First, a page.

5 Things That Can Cause Vaginal Dryness
There are many possible causes of so-called dry vagina, including hormonal changes, irritants to delicate tissues, and even anxiety. Here's what you can do to keep a lack of vaginal lubrication from causing painful sex.
Causes of vaginal dryness range from physiological factors, such as hormonal changes or medication side effects, to emotional and psychological issues, such as lack of desire or even anxiety. Fortunately there are nearly as many options for dry vagina relief as there are causes.
The first step in treating vaginal dryness is figuring out the source of the discomfort, especially if a dry vagina is causing painful sex. There are a number of conditions that can lead to a lack of vaginal lubrication:
Changes in hormones. One of the most common causes of vaginal dryness is a decrease in estrogen levels during menopause, perimenopause, after childbirth, or during breastfeeding. Cancer treatments such as chemotherapy and radiation to the pelvis can also lead to low estrogen and a decrease in vaginal lubrication. “The vagina depends on estrogen for health,” says Irwin Goldstein, MD, director of Sexual Medicine San Diego, part of Alvarado Hospital in San Diego, Calif.
Medications. Allergy and cold medications containing antihistamines as well as asthma medications can have a drying effect inside the body and cause reduced vaginal lubrication.
Insufficient arousal. In some cases, vaginal dryness may be caused by a low libido or sexual problems with a partner. “If a partner has poor performance and early ejaculation, it can contribute to vaginal dryness,” says Dr. Goldstein.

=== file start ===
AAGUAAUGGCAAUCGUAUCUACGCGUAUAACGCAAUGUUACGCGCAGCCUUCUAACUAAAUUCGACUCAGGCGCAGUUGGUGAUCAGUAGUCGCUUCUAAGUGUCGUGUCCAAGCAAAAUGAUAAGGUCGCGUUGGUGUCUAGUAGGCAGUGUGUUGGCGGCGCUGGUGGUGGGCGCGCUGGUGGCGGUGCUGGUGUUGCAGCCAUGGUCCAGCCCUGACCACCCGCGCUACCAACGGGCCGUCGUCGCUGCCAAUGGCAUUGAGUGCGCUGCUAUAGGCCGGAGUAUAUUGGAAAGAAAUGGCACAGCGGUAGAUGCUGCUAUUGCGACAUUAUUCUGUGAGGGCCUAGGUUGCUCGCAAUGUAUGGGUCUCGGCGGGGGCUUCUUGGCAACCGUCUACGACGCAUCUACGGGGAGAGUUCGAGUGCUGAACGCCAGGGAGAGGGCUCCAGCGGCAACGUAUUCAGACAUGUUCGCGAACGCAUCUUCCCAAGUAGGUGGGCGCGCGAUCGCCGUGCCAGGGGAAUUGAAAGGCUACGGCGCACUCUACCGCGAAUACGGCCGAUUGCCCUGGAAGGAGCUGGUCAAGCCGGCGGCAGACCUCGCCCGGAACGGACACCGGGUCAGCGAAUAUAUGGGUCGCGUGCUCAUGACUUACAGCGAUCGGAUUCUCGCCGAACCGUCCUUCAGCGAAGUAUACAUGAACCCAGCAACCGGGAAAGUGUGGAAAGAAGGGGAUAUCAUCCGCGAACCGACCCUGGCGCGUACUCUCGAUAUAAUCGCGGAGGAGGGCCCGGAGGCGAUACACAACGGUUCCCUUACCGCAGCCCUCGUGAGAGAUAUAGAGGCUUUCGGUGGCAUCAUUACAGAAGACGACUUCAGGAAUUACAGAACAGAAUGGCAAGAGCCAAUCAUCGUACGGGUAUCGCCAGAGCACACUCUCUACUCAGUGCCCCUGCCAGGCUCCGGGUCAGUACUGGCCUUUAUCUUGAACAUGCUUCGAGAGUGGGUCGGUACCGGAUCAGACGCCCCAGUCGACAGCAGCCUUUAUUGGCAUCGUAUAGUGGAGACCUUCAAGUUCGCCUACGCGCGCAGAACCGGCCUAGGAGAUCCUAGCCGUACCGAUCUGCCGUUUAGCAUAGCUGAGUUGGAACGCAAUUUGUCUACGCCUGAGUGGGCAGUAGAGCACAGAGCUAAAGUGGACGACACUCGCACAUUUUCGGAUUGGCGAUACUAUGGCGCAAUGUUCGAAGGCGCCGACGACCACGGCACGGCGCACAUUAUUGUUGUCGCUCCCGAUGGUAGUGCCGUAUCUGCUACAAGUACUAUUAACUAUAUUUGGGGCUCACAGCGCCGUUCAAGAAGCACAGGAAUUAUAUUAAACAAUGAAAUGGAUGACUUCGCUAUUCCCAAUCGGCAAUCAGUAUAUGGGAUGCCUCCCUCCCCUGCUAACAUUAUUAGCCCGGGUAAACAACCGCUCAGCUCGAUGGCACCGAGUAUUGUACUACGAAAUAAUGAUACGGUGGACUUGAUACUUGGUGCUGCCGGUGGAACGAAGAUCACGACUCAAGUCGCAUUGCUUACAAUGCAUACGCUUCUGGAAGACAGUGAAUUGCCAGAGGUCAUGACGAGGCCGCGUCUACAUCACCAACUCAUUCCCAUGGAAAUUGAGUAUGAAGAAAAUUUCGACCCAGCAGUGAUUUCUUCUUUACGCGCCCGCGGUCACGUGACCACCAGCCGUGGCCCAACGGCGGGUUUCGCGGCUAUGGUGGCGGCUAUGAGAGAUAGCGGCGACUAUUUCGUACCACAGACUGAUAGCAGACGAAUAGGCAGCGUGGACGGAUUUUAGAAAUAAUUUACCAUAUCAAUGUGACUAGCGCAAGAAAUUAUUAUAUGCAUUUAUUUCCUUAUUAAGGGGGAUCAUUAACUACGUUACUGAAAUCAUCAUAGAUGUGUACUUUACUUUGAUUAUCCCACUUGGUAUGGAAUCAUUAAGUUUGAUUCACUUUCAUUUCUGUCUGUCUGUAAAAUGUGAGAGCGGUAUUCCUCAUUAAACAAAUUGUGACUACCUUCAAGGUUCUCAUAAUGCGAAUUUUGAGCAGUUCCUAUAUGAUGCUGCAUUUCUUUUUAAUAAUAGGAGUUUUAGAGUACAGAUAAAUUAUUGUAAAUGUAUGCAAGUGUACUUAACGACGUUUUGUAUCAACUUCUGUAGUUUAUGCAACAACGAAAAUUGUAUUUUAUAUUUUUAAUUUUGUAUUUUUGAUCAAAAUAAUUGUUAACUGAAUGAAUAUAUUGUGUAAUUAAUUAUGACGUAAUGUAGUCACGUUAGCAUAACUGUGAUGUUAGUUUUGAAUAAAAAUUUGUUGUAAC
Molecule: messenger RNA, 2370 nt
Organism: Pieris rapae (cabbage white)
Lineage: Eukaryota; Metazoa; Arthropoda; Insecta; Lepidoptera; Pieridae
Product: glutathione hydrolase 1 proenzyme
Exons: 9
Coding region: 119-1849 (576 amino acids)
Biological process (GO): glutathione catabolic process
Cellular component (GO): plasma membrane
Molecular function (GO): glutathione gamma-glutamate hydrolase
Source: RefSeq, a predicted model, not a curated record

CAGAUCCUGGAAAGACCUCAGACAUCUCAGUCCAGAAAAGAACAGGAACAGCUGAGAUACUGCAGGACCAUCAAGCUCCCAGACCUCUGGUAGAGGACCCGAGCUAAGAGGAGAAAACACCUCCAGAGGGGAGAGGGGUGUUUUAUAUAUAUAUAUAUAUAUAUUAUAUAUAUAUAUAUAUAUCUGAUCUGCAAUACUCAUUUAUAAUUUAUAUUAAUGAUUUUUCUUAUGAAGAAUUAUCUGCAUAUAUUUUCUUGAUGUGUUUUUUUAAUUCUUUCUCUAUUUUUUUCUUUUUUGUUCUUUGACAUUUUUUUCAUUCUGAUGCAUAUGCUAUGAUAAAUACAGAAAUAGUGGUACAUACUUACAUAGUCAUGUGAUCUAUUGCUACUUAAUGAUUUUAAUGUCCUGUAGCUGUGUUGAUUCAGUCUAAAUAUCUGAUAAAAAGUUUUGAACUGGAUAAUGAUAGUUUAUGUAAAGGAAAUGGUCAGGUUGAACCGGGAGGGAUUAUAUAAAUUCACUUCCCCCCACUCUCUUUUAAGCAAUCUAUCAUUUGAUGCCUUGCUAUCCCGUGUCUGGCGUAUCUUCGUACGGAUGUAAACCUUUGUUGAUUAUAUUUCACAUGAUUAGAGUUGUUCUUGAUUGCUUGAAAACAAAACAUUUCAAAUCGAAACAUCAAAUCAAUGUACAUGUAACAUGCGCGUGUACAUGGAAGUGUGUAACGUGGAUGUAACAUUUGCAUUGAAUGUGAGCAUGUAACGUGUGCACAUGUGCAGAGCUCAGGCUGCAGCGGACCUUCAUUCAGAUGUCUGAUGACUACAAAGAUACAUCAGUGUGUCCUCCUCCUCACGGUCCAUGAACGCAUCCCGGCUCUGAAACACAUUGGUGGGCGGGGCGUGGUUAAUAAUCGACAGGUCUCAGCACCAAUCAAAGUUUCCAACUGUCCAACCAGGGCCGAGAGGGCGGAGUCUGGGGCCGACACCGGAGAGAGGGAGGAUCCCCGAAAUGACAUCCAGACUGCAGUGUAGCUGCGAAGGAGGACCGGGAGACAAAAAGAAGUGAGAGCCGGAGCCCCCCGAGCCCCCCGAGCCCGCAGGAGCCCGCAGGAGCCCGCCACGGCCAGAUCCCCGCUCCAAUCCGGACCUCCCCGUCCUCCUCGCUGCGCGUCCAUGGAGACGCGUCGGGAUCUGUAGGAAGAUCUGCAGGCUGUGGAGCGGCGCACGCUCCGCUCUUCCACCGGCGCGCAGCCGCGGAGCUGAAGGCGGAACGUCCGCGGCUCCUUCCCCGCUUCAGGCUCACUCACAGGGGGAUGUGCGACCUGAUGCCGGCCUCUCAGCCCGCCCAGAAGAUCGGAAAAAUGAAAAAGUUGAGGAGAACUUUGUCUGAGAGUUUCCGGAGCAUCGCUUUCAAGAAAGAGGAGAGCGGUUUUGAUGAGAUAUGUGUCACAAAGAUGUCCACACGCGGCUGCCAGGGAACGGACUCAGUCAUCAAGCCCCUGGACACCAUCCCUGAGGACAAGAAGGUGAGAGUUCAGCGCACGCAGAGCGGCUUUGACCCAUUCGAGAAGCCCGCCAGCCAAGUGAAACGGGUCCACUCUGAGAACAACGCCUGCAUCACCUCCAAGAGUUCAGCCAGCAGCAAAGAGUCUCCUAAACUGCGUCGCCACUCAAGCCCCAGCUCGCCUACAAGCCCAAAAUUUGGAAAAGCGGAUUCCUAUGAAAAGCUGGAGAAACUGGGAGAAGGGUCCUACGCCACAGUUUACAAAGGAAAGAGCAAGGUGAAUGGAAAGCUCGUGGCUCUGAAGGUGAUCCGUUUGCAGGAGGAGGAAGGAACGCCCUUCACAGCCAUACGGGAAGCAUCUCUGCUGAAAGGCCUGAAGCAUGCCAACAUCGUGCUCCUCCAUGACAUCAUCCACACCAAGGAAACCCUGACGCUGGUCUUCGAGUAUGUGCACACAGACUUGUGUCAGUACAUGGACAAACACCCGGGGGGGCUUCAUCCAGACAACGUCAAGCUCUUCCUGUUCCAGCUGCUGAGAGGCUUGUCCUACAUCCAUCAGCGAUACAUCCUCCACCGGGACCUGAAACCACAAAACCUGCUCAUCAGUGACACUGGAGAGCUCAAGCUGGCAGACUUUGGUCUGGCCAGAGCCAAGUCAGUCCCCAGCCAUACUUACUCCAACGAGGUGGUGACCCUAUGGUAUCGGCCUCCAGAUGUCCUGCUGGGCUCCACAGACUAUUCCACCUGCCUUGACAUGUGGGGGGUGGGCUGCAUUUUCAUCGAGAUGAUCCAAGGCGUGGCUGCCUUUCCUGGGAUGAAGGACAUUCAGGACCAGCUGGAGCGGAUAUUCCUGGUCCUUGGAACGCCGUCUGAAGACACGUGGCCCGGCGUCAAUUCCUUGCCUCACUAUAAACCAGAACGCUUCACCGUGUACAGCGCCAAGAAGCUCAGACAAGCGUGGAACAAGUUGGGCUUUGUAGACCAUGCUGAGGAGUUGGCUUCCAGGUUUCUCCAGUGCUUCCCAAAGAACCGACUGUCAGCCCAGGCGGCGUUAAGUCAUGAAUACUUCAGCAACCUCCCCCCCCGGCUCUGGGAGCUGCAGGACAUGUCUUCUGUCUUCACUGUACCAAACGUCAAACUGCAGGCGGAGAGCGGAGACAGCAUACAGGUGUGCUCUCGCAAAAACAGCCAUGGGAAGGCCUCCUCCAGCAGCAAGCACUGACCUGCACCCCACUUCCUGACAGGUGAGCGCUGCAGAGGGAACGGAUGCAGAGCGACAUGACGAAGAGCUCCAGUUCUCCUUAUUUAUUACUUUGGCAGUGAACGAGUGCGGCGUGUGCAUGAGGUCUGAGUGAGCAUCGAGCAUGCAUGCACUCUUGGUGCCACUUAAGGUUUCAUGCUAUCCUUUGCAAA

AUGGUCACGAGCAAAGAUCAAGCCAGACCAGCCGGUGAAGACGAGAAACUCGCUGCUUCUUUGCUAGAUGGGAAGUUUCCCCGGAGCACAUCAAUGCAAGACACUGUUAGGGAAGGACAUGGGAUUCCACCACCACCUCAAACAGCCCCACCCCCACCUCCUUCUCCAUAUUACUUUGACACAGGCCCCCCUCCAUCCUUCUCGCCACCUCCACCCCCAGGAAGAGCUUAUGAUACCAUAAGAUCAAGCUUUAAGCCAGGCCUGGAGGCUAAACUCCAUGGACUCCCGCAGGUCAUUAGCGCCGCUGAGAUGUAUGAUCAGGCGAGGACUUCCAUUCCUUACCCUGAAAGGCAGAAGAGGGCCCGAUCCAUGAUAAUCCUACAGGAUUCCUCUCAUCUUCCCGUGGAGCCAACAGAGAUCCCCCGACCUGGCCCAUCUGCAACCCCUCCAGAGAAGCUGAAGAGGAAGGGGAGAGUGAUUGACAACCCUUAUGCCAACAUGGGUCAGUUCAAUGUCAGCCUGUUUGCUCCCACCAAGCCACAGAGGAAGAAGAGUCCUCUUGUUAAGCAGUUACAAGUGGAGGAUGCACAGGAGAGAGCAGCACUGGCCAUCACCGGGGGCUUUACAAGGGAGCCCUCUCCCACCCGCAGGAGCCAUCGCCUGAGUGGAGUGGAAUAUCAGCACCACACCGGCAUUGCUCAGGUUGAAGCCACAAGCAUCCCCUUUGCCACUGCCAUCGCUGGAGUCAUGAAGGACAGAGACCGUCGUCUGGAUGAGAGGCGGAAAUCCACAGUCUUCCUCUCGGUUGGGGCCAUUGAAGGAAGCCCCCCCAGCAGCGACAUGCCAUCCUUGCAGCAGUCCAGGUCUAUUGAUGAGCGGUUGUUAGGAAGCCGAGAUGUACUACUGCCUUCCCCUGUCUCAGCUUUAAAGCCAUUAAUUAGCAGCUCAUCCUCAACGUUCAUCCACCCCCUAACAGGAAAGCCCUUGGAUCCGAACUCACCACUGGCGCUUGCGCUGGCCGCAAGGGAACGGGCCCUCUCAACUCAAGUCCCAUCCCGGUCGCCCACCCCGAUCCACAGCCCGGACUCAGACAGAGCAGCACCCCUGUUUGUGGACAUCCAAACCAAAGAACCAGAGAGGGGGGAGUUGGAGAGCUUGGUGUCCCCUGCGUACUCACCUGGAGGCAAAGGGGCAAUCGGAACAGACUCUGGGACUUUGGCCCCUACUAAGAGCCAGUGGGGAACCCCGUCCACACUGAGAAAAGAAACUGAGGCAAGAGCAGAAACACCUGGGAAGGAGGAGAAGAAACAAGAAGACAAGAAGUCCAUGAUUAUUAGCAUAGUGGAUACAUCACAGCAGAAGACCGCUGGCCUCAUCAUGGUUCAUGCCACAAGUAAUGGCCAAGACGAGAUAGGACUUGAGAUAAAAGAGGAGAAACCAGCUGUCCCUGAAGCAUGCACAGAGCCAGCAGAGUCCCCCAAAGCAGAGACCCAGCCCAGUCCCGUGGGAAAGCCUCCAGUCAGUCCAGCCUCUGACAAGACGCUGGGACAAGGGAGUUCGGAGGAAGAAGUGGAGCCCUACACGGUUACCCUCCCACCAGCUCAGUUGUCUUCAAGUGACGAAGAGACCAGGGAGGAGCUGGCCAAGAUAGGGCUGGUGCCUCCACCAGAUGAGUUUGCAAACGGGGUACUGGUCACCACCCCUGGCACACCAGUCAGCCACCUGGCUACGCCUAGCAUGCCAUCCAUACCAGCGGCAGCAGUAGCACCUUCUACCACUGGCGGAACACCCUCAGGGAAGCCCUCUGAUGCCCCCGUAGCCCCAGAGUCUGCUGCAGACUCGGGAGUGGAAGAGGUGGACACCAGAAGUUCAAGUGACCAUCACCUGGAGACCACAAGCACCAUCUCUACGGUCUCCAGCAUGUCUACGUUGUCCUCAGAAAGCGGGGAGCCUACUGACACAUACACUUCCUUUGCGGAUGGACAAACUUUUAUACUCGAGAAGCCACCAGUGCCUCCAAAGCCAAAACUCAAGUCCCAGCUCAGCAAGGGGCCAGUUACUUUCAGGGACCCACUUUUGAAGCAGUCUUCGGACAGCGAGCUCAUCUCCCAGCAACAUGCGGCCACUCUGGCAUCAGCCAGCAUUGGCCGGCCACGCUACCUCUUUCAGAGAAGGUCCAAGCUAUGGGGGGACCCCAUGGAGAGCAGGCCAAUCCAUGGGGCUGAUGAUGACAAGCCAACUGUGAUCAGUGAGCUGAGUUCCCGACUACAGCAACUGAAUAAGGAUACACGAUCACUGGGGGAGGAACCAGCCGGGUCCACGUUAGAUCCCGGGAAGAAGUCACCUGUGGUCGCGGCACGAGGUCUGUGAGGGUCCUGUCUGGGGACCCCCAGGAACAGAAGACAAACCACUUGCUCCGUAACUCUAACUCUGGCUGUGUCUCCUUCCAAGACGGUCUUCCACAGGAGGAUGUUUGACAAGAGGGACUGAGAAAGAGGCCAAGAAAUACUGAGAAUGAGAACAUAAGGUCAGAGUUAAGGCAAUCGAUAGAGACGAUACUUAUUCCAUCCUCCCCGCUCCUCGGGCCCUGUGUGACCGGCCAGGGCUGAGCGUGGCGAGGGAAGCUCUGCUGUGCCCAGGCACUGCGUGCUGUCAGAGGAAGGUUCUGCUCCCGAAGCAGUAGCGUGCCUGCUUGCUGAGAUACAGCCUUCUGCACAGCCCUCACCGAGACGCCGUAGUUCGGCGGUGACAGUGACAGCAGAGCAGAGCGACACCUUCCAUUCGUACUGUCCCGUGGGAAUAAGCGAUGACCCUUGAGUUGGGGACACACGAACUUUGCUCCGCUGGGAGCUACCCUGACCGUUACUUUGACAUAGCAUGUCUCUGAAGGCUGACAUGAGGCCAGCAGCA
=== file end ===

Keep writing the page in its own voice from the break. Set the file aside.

Irritants. Some women are allergic to chemicals in soaps, hygiene products, dyes, and perfumes. “Many women have allergies to detergents and soaps,” says Goldstein. “There can be irritants on things like underwear or towels.” Other allergens can actually include lubricants and objects that may be placed in the vagina, says Goldstein.
Anxiety. Psychological and emotional factors such as stress and anxiety can also wreak havoc on sexual desire and lead to vaginal dryness when normal vaginal lubrication does not occur. “When a woman is anxious there is insufficient blood flow,” says Goldstein, “so she will have dryness.”
How to Prevent and Treat Vaginal Dryness
Treatment for vaginal dryness depends on the cause. Women who experience problems with vaginal lubrication due to hormonal changes can often benefit from estrogen therapy.
In some cases, doctors recommend localized treatments such as vaginal estrogen inserts. For other women, especially those who have symptoms such as hot flashes in addition to vaginal dryness, an oral medication or a skin patch that releases estrogen throughout the body is an option. And in some cases, both approaches can be used in conjunction to effectively treat vaginal dryness. “Local estrogen hormone treatments that are inserted into the vagina in the form of a ring, pellet, or cream can complement systemic medications that raise systemic levels of estrogen,” says Goldstein.
In addition to estrogen-based therapies, here are some other approaches that may bring relief, especially from painful sex:
Lubricants. “There are a plethora of lubricants that can help vaginal dryness,” says Goldstein. They include silicone-based, oil-based, and water-based products. Lubricants are usually used to make sex less uncomfortable rather than for long-term vaginal lubrication.
Moisturizers. Over-the-counter vaginal moisturizers can be an effective way to minimize vaginal dryness over several days with one application. “Moisturizing agents help introduce water into the tissue of the vagina,” says Goldstein.
Vaginal dryness is a common and frustrating condition, but there are ways to alleviate the discomfort. If a lack of lubrication is causing painful sex, be sure to talk to your doctor about all possible treatments.